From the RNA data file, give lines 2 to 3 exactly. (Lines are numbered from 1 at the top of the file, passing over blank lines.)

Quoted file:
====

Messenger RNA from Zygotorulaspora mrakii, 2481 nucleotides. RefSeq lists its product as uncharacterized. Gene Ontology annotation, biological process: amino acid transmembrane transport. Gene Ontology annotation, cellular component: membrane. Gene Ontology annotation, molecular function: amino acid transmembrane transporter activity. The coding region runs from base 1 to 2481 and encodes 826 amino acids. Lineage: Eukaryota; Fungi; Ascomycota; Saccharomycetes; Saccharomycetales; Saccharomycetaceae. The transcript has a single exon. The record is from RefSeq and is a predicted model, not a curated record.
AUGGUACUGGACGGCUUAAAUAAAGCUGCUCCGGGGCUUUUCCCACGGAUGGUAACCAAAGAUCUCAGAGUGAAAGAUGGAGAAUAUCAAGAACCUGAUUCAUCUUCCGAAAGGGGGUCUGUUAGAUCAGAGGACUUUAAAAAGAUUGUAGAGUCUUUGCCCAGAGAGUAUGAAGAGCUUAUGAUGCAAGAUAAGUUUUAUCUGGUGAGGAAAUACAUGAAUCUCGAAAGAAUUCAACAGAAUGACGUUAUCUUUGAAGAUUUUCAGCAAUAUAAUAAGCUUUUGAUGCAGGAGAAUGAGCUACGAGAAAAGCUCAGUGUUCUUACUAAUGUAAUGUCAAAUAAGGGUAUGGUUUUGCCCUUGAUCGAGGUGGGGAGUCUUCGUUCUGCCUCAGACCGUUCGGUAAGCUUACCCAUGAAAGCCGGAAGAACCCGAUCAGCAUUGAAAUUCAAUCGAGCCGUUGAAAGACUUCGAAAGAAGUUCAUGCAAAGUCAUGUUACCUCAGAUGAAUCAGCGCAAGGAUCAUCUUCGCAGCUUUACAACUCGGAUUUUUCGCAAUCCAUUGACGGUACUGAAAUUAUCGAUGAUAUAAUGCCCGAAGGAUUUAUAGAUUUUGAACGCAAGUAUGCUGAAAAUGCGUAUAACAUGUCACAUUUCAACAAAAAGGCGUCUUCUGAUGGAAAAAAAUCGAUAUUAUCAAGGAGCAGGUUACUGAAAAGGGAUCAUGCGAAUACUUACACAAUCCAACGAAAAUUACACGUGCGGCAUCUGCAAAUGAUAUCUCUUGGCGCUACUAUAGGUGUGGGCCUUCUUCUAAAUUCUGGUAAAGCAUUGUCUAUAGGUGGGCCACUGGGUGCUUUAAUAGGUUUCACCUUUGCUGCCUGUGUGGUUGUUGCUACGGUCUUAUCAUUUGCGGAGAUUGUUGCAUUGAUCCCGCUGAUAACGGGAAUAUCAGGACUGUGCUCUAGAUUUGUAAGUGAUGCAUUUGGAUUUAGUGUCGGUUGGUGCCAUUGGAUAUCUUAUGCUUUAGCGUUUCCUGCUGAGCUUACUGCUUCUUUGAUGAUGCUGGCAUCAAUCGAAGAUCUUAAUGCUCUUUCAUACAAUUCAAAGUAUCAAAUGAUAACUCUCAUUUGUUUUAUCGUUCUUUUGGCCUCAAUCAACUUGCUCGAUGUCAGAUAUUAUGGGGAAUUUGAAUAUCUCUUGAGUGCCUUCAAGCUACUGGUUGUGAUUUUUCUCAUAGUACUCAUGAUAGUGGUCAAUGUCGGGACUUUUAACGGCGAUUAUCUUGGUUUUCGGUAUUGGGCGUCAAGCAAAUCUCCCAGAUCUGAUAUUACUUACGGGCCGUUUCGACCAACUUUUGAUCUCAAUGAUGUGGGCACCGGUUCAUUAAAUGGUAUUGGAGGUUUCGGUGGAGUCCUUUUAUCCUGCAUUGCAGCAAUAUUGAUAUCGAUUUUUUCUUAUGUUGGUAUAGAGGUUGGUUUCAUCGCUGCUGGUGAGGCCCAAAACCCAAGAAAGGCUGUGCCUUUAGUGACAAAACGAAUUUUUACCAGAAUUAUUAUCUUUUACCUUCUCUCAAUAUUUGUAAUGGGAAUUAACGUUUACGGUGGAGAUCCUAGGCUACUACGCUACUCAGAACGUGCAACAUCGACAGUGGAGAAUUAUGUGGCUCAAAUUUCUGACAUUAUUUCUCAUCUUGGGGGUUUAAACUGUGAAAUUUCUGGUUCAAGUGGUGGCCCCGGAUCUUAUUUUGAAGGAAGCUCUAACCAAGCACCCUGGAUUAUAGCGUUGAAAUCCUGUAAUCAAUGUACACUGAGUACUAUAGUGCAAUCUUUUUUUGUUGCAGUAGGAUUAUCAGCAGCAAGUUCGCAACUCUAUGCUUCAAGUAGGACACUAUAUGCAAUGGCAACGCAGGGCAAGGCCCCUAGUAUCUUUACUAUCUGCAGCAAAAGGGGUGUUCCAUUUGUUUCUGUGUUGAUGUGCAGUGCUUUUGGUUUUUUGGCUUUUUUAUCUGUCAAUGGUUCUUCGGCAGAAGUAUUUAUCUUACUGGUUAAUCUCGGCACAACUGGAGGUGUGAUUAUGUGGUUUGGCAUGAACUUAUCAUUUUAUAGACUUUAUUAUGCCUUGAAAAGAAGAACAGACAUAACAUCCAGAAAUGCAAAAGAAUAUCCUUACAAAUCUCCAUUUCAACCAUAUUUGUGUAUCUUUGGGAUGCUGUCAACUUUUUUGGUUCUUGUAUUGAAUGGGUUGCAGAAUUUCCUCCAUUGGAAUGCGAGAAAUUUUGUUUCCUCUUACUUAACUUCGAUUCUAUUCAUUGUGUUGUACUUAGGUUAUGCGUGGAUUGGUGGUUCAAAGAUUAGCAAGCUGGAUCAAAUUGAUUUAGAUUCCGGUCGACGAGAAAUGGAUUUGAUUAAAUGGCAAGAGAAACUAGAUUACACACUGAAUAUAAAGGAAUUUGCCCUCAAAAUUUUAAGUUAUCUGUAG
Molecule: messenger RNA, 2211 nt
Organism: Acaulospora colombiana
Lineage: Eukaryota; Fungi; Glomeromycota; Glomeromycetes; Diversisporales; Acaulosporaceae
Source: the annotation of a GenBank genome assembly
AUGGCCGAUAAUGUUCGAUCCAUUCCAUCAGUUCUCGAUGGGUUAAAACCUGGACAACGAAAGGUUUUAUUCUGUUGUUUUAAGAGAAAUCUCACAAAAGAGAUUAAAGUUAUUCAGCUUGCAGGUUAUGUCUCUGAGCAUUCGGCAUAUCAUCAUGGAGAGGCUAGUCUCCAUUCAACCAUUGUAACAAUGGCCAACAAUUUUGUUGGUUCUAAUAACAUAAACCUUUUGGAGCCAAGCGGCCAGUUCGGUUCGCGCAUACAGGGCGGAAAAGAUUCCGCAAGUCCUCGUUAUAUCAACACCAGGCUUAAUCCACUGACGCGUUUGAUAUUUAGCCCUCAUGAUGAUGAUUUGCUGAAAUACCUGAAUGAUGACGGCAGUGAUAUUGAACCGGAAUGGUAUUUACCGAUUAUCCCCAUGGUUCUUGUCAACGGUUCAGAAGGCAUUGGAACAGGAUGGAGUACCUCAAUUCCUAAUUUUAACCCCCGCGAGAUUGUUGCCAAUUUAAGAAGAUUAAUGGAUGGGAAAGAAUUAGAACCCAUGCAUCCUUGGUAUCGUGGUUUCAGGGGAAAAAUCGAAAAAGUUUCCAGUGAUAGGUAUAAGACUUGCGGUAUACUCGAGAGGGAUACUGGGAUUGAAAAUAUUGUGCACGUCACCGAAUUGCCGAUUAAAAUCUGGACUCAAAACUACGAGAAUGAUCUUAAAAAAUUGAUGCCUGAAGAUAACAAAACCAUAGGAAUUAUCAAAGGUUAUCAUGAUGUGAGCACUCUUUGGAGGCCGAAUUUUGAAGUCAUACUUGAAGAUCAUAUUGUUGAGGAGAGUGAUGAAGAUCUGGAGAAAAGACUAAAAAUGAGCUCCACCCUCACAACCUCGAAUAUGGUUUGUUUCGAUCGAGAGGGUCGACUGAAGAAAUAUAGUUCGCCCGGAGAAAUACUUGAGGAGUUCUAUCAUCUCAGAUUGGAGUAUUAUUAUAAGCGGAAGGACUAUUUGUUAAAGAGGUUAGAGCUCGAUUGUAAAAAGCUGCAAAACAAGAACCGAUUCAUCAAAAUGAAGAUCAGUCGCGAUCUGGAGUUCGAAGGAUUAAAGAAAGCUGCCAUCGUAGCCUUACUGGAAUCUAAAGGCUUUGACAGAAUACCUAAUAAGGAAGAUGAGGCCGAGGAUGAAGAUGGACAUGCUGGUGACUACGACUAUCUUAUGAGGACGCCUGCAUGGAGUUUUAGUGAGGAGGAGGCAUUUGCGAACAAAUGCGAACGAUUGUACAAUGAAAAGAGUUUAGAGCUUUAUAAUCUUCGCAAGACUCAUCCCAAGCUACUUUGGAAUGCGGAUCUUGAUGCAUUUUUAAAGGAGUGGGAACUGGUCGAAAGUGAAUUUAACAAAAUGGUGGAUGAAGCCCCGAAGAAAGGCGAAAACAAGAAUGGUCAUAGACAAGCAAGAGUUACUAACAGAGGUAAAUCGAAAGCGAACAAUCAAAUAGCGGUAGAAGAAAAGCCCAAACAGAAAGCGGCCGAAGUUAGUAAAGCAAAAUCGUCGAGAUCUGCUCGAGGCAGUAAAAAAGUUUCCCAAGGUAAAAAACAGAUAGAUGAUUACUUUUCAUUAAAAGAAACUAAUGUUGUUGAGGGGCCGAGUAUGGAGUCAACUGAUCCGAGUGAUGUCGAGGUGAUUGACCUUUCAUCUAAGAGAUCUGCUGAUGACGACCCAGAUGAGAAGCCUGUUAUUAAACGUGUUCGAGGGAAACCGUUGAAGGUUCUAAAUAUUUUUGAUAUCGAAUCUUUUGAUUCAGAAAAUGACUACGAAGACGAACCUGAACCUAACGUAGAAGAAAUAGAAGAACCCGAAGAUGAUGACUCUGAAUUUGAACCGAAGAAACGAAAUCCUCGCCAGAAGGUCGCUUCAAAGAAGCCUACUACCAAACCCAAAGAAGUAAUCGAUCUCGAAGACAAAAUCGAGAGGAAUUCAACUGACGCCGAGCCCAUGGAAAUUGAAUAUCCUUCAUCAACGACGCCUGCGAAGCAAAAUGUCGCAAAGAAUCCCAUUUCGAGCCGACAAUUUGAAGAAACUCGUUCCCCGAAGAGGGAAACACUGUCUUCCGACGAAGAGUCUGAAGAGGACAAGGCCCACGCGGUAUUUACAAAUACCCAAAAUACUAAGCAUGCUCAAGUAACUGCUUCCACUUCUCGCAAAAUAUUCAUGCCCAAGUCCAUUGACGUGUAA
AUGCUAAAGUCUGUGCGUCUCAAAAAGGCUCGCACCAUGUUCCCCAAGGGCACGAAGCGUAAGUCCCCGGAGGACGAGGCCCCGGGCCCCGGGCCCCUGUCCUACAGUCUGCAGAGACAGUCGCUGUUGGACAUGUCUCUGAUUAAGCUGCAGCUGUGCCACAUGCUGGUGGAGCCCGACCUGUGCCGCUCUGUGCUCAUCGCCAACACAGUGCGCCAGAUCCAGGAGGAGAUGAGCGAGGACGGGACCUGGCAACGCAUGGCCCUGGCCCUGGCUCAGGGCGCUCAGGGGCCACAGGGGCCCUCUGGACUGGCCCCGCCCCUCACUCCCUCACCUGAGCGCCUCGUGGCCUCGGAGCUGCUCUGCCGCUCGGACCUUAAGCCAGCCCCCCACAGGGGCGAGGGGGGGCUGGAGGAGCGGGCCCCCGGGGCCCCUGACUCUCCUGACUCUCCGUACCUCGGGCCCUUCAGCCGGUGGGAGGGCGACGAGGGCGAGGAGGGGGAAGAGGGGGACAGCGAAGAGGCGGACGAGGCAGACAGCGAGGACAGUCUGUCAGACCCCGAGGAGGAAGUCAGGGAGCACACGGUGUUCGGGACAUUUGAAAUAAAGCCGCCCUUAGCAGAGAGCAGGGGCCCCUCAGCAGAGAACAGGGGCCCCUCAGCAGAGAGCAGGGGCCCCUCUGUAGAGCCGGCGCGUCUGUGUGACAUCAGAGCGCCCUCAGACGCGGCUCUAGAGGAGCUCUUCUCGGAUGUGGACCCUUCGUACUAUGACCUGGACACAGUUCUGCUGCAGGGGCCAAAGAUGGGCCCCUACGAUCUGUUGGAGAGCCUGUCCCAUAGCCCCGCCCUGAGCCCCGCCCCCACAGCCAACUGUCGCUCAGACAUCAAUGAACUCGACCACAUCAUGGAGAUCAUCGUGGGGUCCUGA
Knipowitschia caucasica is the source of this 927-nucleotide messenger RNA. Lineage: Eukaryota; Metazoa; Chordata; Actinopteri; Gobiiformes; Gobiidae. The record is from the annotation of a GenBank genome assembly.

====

AUGGUACUGGACGGCUUAAAUAAAGCUGCUCCGGGGCUUUUCCCACGGAUGGUAACCAAAGAUCUCAGAGUGAAAGAUGGAGAAUAUCAAGAACCUGAUUCAUCUUCCGAAAGGGGGUCUGUUAGAUCAGAGGACUUUAAAAAGAUUGUAGAGUCUUUGCCCAGAGAGUAUGAAGAGCUUAUGAUGCAAGAUAAGUUUUAUCUGGUGAGGAAAUACAUGAAUCUCGAAAGAAUUCAACAGAAUGACGUUAUCUUUGAAGAUUUUCAGCAAUAUAAUAAGCUUUUGAUGCAGGAGAAUGAGCUACGAGAAAAGCUCAGUGUUCUUACUAAUGUAAUGUCAAAUAAGGGUAUGGUUUUGCCCUUGAUCGAGGUGGGGAGUCUUCGUUCUGCCUCAGACCGUUCGGUAAGCUUACCCAUGAAAGCCGGAAGAACCCGAUCAGCAUUGAAAUUCAAUCGAGCCGUUGAAAGACUUCGAAAGAAGUUCAUGCAAAGUCAUGUUACCUCAGAUGAAUCAGCGCAAGGAUCAUCUUCGCAGCUUUACAACUCGGAUUUUUCGCAAUCCAUUGACGGUACUGAAAUUAUCGAUGAUAUAAUGCCCGAAGGAUUUAUAGAUUUUGAACGCAAGUAUGCUGAAAAUGCGUAUAACAUGUCACAUUUCAACAAAAAGGCGUCUUCUGAUGGAAAAAAAUCGAUAUUAUCAAGGAGCAGGUUACUGAAAAGGGAUCAUGCGAAUACUUACACAAUCCAACGAAAAUUACACGUGCGGCAUCUGCAAAUGAUAUCUCUUGGCGCUACUAUAGGUGUGGGCCUUCUUCUAAAUUCUGGUAAAGCAUUGUCUAUAGGUGGGCCACUGGGUGCUUUAAUAGGUUUCACCUUUGCUGCCUGUGUGGUUGUUGCUACGGUCUUAUCAUUUGCGGAGAUUGUUGCAUUGAUCCCGCUGAUAACGGGAAUAUCAGGACUGUGCUCUAGAUUUGUAAGUGAUGCAUUUGGAUUUAGUGUCGGUUGGUGCCAUUGGAUAUCUUAUGCUUUAGCGUUUCCUGCUGAGCUUACUGCUUCUUUGAUGAUGCUGGCAUCAAUCGAAGAUCUUAAUGCUCUUUCAUACAAUUCAAAGUAUCAAAUGAUAACUCUCAUUUGUUUUAUCGUUCUUUUGGCCUCAAUCAACUUGCUCGAUGUCAGAUAUUAUGGGGAAUUUGAAUAUCUCUUGAGUGCCUUCAAGCUACUGGUUGUGAUUUUUCUCAUAGUACUCAUGAUAGUGGUCAAUGUCGGGACUUUUAACGGCGAUUAUCUUGGUUUUCGGUAUUGGGCGUCAAGCAAAUCUCCCAGAUCUGAUAUUACUUACGGGCCGUUUCGACCAACUUUUGAUCUCAAUGAUGUGGGCACCGGUUCAUUAAAUGGUAUUGGAGGUUUCGGUGGAGUCCUUUUAUCCUGCAUUGCAGCAAUAUUGAUAUCGAUUUUUUCUUAUGUUGGUAUAGAGGUUGGUUUCAUCGCUGCUGGUGAGGCCCAAAACCCAAGAAAGGCUGUGCCUUUAGUGACAAAACGAAUUUUUACCAGAAUUAUUAUCUUUUACCUUCUCUCAAUAUUUGUAAUGGGAAUUAACGUUUACGGUGGAGAUCCUAGGCUACUACGCUACUCAGAACGUGCAACAUCGACAGUGGAGAAUUAUGUGGCUCAAAUUUCUGACAUUAUUUCUCAUCUUGGGGGUUUAAACUGUGAAAUUUCUGGUUCAAGUGGUGGCCCCGGAUCUUAUUUUGAAGGAAGCUCUAACCAAGCACCCUGGAUUAUAGCGUUGAAAUCCUGUAAUCAAUGUACACUGAGUACUAUAGUGCAAUCUUUUUUUGUUGCAGUAGGAUUAUCAGCAGCAAGUUCGCAACUCUAUGCUUCAAGUAGGACACUAUAUGCAAUGGCAACGCAGGGCAAGGCCCCUAGUAUCUUUACUAUCUGCAGCAAAAGGGGUGUUCCAUUUGUUUCUGUGUUGAUGUGCAGUGCUUUUGGUUUUUUGGCUUUUUUAUCUGUCAAUGGUUCUUCGGCAGAAGUAUUUAUCUUACUGGUUAAUCUCGGCACAACUGGAGGUGUGAUUAUGUGGUUUGGCAUGAACUUAUCAUUUUAUAGACUUUAUUAUGCCUUGAAAAGAAGAACAGACAUAACAUCCAGAAAUGCAAAAGAAUAUCCUUACAAAUCUCCAUUUCAACCAUAUUUGUGUAUCUUUGGGAUGCUGUCAACUUUUUUGGUUCUUGUAUUGAAUGGGUUGCAGAAUUUCCUCCAUUGGAAUGCGAGAAAUUUUGUUUCCUCUUACUUAACUUCGAUUCUAUUCAUUGUGUUGUACUUAGGUUAUGCGUGGAUUGGUGGUUCAAAGAUUAGCAAGCUGGAUCAAAUUGAUUUAGAUUCCGGUCGACGAGAAAUGGAUUUGAUUAAAUGGCAAGAGAAACUAGAUUACACACUGAAUAUAAAGGAAUUUGCCCUCAAAAUUUUAAGUUAUCUGUAG
Molecule: messenger RNA, 2211 nt